Drought not so severe in South Georgia

October 30, 2007

Albany--  The debate over Georgia's water resources continues. State leaders worry metro Atlanta's water supply could disappear. They're working to keep Lake Lanier from drying up. Could south Georgia lakes that are part of the same river system also be in danger?  

While many people have to go miles to see the lake, Blanche Clark needs only to step out of her back door. It's where she reads and takes a few pieces of bread to feed the bream.

"I just love it because it's so peaceful," said Clark. It's a peaceful priveledge to live by Lake Chehaw here in South Georgia.

"I just couldn't picture living here without the lake," said Clark, "It would not be the same at all."

But imagine this-- dryness.  It's what people who live by Lake Lanier in North Georgia see these days. "Most of North Georgia is under a level four drought declaration by the EPD," said Masters.

Mark Masters with the Flint River Water Planning and Policy Center says there are a few differences between here and there. "Obviously the biggest difference is population," said Masters.

The population in Atlanta for instance uses about 750 million gallons of water a day. They also rely on the Chattahoochee River for their drinking water. Here in Albany, the Flint doesn't have to be used for drinking purposes.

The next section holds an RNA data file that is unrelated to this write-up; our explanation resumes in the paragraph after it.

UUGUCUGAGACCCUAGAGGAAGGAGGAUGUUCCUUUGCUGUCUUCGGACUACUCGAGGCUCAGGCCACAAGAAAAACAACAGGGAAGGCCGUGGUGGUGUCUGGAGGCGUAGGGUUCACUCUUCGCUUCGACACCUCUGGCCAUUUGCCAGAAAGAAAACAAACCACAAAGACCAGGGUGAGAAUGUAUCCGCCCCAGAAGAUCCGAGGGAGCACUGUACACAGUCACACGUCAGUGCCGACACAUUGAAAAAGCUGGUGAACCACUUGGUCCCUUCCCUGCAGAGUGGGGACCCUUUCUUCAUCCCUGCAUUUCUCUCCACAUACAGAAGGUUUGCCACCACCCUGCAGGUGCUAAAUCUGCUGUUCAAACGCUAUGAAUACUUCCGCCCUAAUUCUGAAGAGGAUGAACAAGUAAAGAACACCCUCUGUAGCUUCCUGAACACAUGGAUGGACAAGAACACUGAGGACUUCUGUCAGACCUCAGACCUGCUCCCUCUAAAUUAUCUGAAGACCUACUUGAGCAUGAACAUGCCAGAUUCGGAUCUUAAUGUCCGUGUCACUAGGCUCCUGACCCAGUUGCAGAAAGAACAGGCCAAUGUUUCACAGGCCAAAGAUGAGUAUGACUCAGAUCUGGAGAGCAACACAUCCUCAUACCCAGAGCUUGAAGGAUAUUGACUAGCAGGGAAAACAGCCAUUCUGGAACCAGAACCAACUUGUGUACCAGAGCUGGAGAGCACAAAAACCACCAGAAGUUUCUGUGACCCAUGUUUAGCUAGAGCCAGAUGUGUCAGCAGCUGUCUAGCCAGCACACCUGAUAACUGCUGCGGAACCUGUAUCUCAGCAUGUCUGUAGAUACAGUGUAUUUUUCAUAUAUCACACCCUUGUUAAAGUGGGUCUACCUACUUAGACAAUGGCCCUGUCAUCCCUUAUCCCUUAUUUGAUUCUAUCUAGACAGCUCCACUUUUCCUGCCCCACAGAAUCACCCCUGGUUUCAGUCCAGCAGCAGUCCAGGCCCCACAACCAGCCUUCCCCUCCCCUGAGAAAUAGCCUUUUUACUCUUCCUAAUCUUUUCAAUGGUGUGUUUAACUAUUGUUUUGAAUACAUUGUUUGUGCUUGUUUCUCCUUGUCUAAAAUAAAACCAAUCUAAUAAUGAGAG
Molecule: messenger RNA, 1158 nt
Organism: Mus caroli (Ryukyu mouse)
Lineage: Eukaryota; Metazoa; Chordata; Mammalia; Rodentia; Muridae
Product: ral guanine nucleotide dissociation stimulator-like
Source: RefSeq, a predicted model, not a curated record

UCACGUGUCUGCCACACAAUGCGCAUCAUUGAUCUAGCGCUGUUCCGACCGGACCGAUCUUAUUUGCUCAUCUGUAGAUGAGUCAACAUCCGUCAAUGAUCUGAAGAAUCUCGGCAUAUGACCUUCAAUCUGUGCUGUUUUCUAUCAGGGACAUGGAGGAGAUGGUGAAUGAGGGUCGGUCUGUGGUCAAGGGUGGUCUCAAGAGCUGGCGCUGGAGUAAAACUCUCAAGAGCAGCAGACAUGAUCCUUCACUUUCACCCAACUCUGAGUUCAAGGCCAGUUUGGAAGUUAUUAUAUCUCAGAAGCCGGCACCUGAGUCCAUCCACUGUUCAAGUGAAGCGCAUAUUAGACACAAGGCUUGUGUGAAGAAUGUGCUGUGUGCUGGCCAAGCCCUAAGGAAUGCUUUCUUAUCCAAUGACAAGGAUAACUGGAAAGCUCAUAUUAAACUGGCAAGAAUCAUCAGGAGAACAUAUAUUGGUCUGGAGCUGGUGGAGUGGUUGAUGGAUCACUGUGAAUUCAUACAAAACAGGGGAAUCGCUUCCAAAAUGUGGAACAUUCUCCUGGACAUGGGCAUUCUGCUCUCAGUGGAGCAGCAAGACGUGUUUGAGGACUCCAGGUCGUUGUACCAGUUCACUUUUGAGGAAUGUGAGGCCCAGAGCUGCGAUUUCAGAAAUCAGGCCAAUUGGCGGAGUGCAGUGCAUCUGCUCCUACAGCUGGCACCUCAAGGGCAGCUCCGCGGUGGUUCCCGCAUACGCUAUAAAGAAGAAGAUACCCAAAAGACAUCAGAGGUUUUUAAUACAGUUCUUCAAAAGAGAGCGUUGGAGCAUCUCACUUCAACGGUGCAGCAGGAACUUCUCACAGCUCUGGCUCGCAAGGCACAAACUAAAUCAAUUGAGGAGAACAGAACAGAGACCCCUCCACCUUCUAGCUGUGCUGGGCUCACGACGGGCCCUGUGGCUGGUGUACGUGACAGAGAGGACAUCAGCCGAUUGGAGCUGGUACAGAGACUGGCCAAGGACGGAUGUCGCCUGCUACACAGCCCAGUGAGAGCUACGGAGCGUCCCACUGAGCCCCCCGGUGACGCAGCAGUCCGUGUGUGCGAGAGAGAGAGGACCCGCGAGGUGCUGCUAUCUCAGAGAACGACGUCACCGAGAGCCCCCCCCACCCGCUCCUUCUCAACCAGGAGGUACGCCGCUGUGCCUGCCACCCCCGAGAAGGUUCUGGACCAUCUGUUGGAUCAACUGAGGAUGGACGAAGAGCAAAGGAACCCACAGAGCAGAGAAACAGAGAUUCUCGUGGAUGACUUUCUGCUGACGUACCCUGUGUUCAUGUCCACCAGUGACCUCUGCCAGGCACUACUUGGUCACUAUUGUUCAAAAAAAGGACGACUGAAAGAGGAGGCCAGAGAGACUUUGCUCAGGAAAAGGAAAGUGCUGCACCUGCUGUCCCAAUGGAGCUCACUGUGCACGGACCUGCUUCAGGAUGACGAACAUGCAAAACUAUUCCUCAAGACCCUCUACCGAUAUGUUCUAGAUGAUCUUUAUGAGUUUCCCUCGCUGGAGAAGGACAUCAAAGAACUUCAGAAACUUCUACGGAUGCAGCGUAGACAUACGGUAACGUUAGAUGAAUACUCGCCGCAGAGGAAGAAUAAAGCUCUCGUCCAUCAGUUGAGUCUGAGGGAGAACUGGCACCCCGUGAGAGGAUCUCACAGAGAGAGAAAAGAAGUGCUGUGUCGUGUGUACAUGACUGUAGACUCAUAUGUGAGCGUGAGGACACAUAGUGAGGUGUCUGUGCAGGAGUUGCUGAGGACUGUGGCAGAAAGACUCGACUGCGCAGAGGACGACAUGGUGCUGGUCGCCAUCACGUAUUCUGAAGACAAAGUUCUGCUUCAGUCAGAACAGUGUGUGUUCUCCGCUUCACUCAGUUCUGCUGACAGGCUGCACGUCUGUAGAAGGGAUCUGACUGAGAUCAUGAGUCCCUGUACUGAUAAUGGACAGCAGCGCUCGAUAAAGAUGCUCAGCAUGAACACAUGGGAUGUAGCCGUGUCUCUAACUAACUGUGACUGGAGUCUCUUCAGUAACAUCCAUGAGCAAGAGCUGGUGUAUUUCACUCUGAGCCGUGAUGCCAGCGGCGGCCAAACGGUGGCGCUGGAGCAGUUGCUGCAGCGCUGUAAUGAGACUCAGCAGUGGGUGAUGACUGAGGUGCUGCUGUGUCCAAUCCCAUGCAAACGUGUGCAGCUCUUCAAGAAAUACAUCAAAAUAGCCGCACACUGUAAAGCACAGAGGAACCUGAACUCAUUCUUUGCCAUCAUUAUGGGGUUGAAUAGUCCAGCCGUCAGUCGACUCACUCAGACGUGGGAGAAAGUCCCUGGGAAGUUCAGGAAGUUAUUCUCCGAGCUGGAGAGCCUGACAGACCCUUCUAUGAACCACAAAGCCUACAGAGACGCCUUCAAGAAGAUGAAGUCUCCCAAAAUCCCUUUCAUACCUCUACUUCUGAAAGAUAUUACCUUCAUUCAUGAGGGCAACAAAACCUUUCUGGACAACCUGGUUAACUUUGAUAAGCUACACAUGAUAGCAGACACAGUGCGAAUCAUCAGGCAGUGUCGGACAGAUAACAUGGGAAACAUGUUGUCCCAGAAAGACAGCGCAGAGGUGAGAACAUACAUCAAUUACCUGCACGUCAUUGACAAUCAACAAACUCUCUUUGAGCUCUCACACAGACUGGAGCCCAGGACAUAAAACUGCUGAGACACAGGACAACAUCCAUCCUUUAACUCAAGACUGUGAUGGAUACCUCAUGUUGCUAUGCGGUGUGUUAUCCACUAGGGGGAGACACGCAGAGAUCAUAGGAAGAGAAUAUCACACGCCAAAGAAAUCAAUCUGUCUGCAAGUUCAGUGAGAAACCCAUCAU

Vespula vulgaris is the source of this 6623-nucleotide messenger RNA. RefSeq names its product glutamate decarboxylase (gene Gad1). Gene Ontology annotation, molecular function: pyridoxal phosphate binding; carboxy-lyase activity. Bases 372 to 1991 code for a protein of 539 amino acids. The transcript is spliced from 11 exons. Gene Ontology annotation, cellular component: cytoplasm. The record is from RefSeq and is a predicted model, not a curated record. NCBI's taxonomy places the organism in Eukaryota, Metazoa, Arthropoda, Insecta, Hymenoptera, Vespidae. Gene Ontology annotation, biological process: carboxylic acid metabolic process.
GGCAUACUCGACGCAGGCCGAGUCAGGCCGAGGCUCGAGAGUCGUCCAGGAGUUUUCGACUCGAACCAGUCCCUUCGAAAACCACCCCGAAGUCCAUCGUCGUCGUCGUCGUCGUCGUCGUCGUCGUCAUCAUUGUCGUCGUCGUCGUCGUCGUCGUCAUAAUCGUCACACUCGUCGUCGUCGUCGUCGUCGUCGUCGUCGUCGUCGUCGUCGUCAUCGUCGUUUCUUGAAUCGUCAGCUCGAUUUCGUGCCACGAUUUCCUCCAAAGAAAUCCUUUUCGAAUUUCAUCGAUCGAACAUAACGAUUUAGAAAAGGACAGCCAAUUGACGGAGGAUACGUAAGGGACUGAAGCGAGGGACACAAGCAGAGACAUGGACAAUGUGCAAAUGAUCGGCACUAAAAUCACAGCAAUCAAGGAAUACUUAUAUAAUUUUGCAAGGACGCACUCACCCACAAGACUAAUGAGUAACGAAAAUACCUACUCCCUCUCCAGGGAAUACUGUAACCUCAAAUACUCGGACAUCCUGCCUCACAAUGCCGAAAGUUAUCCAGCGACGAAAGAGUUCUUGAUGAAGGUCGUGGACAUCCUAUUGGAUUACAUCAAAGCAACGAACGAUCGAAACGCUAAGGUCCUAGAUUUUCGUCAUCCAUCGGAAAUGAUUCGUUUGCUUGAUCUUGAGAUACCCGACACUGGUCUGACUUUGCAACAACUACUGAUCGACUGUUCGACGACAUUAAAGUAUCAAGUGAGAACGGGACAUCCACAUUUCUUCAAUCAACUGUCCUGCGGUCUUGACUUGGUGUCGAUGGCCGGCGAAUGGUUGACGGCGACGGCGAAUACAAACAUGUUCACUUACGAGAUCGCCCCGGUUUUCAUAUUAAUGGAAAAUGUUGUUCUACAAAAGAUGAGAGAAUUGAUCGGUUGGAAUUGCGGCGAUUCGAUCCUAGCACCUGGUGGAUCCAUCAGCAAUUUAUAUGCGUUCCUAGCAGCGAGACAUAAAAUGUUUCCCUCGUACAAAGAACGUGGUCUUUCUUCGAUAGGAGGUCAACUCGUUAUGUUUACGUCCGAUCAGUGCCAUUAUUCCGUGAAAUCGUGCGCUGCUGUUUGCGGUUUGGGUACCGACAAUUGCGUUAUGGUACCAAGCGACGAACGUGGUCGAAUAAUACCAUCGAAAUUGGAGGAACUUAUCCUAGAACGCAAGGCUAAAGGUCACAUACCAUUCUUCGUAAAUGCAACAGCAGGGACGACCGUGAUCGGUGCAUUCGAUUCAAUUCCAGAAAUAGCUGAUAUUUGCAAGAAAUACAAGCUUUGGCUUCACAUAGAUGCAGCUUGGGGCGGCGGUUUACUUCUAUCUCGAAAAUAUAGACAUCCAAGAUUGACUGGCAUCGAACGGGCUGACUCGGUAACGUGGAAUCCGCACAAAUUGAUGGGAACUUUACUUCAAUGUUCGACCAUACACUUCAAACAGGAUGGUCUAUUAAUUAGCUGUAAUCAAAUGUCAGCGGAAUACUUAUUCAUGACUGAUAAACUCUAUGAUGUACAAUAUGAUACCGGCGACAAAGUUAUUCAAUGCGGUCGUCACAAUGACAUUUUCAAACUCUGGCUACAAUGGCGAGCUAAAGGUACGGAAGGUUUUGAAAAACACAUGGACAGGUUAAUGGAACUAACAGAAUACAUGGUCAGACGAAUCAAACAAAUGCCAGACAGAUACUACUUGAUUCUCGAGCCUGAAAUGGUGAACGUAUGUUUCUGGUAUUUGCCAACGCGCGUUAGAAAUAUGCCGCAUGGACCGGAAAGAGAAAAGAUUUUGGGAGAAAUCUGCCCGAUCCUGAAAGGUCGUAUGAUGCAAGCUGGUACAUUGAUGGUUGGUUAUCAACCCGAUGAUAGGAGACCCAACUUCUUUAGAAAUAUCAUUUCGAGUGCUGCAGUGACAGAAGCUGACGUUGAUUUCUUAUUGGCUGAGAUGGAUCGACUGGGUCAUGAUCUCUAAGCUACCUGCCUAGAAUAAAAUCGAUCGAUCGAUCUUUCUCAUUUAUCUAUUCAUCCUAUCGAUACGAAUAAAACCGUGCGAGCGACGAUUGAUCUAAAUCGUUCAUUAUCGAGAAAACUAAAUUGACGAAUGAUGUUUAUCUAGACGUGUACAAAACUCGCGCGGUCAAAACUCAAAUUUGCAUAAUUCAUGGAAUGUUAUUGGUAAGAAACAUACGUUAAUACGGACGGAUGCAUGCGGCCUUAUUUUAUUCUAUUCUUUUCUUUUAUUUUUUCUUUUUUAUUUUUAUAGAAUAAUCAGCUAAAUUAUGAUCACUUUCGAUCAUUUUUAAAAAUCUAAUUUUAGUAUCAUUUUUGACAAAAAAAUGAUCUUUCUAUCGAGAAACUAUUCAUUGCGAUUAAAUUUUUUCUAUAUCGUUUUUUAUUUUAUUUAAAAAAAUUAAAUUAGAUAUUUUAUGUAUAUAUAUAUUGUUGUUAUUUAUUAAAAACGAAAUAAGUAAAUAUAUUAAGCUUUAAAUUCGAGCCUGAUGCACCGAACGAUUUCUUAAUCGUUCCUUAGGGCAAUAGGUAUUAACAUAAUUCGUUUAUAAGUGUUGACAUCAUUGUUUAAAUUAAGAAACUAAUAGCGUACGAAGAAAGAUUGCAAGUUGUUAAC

"We have abundant groundwater resources in Southwest Georgia," said Masters. So since our water supply is more plentiful, could more water from the Flint be sent downstream to protect the Apalachicola River and reduce the amount of water released every day from Lake Lanier?

"In terms of percentage of the total of the Apalachicola, the Flint is a small percentage compared to what the Chattahoochee contributes," said Masters. Masters says it just wouldn't make much of a difference.

Clark does fear though that one day her view of the lake may be different.

"We really don't know how the water situation is going to be so we just have to hope and pray that South Georgia keeps their water supply," said Clark. So she cherishes each moment with the wet resource so many others long to see again.  

Now it is important to point out that we also have problems here. We are on our way to record low river levels. Mark Masters says the best way we can all help out with the problem is not to waste water.

Governor Sonny Perdue is suing the Army Corps of Engineers to reduce the amount of water sent downstream to Alabama and Florida from Lake Lanier. Thursday, he and the governors of those two states will meet in the nation's capitol to try to come up with solutions.

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